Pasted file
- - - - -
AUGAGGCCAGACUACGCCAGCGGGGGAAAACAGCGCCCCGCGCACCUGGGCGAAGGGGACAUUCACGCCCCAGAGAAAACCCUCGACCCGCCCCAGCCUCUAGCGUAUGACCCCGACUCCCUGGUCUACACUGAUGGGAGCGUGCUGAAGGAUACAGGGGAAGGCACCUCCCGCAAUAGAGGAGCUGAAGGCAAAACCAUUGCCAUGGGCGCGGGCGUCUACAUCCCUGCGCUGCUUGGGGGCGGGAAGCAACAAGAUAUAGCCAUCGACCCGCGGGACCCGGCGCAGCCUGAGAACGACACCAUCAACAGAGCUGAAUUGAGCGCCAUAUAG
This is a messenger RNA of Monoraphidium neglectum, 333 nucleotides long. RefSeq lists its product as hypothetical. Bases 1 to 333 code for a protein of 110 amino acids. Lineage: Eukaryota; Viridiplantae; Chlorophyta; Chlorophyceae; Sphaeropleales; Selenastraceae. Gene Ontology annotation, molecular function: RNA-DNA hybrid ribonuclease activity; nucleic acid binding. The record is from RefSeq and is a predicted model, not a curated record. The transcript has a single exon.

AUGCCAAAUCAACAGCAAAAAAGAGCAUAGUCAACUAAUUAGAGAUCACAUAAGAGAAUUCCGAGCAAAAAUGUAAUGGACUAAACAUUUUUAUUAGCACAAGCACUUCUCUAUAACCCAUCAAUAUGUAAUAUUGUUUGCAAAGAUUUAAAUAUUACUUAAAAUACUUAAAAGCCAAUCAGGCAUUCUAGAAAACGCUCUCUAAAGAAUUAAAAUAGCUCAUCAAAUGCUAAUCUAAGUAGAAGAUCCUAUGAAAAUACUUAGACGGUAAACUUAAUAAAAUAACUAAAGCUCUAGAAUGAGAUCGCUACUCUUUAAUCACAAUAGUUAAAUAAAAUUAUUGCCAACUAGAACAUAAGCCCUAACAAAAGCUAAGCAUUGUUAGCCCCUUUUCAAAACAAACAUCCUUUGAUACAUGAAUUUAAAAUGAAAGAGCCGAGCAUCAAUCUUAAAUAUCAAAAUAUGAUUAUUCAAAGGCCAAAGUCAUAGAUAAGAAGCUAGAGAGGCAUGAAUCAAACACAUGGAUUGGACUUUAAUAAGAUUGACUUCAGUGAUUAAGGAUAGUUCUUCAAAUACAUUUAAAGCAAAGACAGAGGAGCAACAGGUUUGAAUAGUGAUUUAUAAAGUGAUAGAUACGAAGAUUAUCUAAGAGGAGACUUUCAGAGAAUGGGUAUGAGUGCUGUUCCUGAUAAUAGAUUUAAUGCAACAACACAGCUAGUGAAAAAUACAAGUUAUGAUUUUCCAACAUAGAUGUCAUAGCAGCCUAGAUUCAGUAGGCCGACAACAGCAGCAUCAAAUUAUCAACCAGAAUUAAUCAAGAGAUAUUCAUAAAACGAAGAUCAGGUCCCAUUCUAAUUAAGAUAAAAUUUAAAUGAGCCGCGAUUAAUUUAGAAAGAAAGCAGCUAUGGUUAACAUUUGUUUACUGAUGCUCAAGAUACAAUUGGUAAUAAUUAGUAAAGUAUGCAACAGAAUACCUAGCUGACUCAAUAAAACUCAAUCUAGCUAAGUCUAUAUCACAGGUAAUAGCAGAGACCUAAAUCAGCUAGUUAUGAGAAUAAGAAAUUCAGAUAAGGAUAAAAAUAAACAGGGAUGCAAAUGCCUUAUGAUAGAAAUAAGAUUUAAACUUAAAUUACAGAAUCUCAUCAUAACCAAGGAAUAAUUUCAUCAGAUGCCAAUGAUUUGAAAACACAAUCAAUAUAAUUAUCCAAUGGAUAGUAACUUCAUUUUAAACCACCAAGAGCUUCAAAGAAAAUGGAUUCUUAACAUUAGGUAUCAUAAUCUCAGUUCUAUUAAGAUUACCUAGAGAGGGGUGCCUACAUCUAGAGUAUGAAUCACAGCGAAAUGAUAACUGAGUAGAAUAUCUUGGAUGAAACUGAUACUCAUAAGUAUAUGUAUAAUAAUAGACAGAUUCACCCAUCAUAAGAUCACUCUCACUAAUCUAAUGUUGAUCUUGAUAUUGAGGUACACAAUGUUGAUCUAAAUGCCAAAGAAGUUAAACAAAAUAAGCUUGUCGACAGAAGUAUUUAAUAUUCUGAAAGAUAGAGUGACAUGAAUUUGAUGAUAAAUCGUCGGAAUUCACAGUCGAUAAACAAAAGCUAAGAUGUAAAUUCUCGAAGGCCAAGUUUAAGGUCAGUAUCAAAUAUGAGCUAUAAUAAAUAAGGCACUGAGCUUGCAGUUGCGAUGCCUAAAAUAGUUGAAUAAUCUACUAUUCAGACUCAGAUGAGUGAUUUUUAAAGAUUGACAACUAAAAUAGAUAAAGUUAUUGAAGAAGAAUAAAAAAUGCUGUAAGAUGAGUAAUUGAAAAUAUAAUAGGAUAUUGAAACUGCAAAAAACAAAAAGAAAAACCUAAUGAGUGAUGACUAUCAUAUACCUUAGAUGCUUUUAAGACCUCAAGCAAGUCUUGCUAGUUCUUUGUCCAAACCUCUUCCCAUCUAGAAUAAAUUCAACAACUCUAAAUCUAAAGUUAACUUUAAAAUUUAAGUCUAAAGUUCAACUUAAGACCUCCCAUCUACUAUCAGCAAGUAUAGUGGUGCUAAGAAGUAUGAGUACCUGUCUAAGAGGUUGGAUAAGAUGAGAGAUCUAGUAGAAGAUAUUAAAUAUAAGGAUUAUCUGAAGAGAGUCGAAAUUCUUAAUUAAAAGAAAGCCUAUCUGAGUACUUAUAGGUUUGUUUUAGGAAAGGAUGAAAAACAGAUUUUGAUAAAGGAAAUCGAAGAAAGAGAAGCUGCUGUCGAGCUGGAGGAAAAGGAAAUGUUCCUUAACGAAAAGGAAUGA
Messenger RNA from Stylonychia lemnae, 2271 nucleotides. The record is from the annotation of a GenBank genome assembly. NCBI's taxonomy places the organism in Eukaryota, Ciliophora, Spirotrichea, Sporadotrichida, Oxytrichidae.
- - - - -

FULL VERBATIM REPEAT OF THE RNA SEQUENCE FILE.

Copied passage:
AUGAGGCCAGACUACGCCAGCGGGGGAAAACAGCGCCCCGCGCACCUGGGCGAAGGGGACAUUCACGCCCCAGAGAAAACCCUCGACCCGCCCCAGCCUCUAGCGUAUGACCCCGACUCCCUGGUCUACACUGAUGGGAGCGUGCUGAAGGAUACAGGGGAAGGCACCUCCCGCAAUAGAGGAGCUGAAGGCAAAACCAUUGCCAUGGGCGCGGGCGUCUACAUCCCUGCGCUGCUUGGGGGCGGGAAGCAACAAGAUAUAGCCAUCGACCCGCGGGACCCGGCGCAGCCUGAGAACGACACCAUCAACAGAGCUGAAUUGAGCGCCAUAUAG
This is a messenger RNA of Monoraphidium neglectum, 333 nucleotides long. RefSeq lists its product as hypothetical. Bases 1 to 333 code for a protein of 110 amino acids. Lineage: Eukaryota; Viridiplantae; Chlorophyta; Chlorophyceae; Sphaeropleales; Selenastraceae. Gene Ontology annotation, molecular function: RNA-DNA hybrid ribonuclease activity; nucleic acid binding. The record is from RefSeq and is a predicted model, not a curated record. The transcript has a single exon.

AUGCCAAAUCAACAGCAAAAAAGAGCAUAGUCAACUAAUUAGAGAUCACAUAAGAGAAUUCCGAGCAAAAAUGUAAUGGACUAAACAUUUUUAUUAGCACAAGCACUUCUCUAUAACCCAUCAAUAUGUAAUAUUGUUUGCAAAGAUUUAAAUAUUACUUAAAAUACUUAAAAGCCAAUCAGGCAUUCUAGAAAACGCUCUCUAAAGAAUUAAAAUAGCUCAUCAAAUGCUAAUCUAAGUAGAAGAUCCUAUGAAAAUACUUAGACGGUAAACUUAAUAAAAUAACUAAAGCUCUAGAAUGAGAUCGCUACUCUUUAAUCACAAUAGUUAAAUAAAAUUAUUGCCAACUAGAACAUAAGCCCUAACAAAAGCUAAGCAUUGUUAGCCCCUUUUCAAAACAAACAUCCUUUGAUACAUGAAUUUAAAAUGAAAGAGCCGAGCAUCAAUCUUAAAUAUCAAAAUAUGAUUAUUCAAAGGCCAAAGUCAUAGAUAAGAAGCUAGAGAGGCAUGAAUCAAACACAUGGAUUGGACUUUAAUAAGAUUGACUUCAGUGAUUAAGGAUAGUUCUUCAAAUACAUUUAAAGCAAAGACAGAGGAGCAACAGGUUUGAAUAGUGAUUUAUAAAGUGAUAGAUACGAAGAUUAUCUAAGAGGAGACUUUCAGAGAAUGGGUAUGAGUGCUGUUCCUGAUAAUAGAUUUAAUGCAACAACACAGCUAGUGAAAAAUACAAGUUAUGAUUUUCCAACAUAGAUGUCAUAGCAGCCUAGAUUCAGUAGGCCGACAACAGCAGCAUCAAAUUAUCAACCAGAAUUAAUCAAGAGAUAUUCAUAAAACGAAGAUCAGGUCCCAUUCUAAUUAAGAUAAAAUUUAAAUGAGCCGCGAUUAAUUUAGAAAGAAAGCAGCUAUGGUUAACAUUUGUUUACUGAUGCUCAAGAUACAAUUGGUAAUAAUUAGUAAAGUAUGCAACAGAAUACCUAGCUGACUCAAUAAAACUCAAUCUAGCUAAGUCUAUAUCACAGGUAAUAGCAGAGACCUAAAUCAGCUAGUUAUGAGAAUAAGAAAUUCAGAUAAGGAUAAAAAUAAACAGGGAUGCAAAUGCCUUAUGAUAGAAAUAAGAUUUAAACUUAAAUUACAGAAUCUCAUCAUAACCAAGGAAUAAUUUCAUCAGAUGCCAAUGAUUUGAAAACACAAUCAAUAUAAUUAUCCAAUGGAUAGUAACUUCAUUUUAAACCACCAAGAGCUUCAAAGAAAAUGGAUUCUUAACAUUAGGUAUCAUAAUCUCAGUUCUAUUAAGAUUACCUAGAGAGGGGUGCCUACAUCUAGAGUAUGAAUCACAGCGAAAUGAUAACUGAGUAGAAUAUCUUGGAUGAAACUGAUACUCAUAAGUAUAUGUAUAAUAAUAGACAGAUUCACCCAUCAUAAGAUCACUCUCACUAAUCUAAUGUUGAUCUUGAUAUUGAGGUACACAAUGUUGAUCUAAAUGCCAAAGAAGUUAAACAAAAUAAGCUUGUCGACAGAAGUAUUUAAUAUUCUGAAAGAUAGAGUGACAUGAAUUUGAUGAUAAAUCGUCGGAAUUCACAGUCGAUAAACAAAAGCUAAGAUGUAAAUUCUCGAAGGCCAAGUUUAAGGUCAGUAUCAAAUAUGAGCUAUAAUAAAUAAGGCACUGAGCUUGCAGUUGCGAUGCCUAAAAUAGUUGAAUAAUCUACUAUUCAGACUCAGAUGAGUGAUUUUUAAAGAUUGACAACUAAAAUAGAUAAAGUUAUUGAAGAAGAAUAAAAAAUGCUGUAAGAUGAGUAAUUGAAAAUAUAAUAGGAUAUUGAAACUGCAAAAAACAAAAAGAAAAACCUAAUGAGUGAUGACUAUCAUAUACCUUAGAUGCUUUUAAGACCUCAAGCAAGUCUUGCUAGUUCUUUGUCCAAACCUCUUCCCAUCUAGAAUAAAUUCAACAACUCUAAAUCUAAAGUUAACUUUAAAAUUUAAGUCUAAAGUUCAACUUAAGACCUCCCAUCUACUAUCAGCAAGUAUAGUGGUGCUAAGAAGUAUGAGUACCUGUCUAAGAGGUUGGAUAAGAUGAGAGAUCUAGUAGAAGAUAUUAAAUAUAAGGAUUAUCUGAAGAGAGUCGAAAUUCUUAAUUAAAAGAAAGCCUAUCUGAGUACUUAUAGGUUUGUUUUAGGAAAGGAUGAAAAACAGAUUUUGAUAAAGGAAAUCGAAGAAAGAGAAGCUGCUGUCGAGCUGGAGGAAAAGGAAAUGUUCCUUAACGAAAAGGAAUGA
Messenger RNA from Stylonychia lemnae, 2271 nucleotides. The record is from the annotation of a GenBank genome assembly. NCBI's taxonomy places the organism in Eukaryota, Ciliophora, Spirotrichea, Sporadotrichida, Oxytrichidae.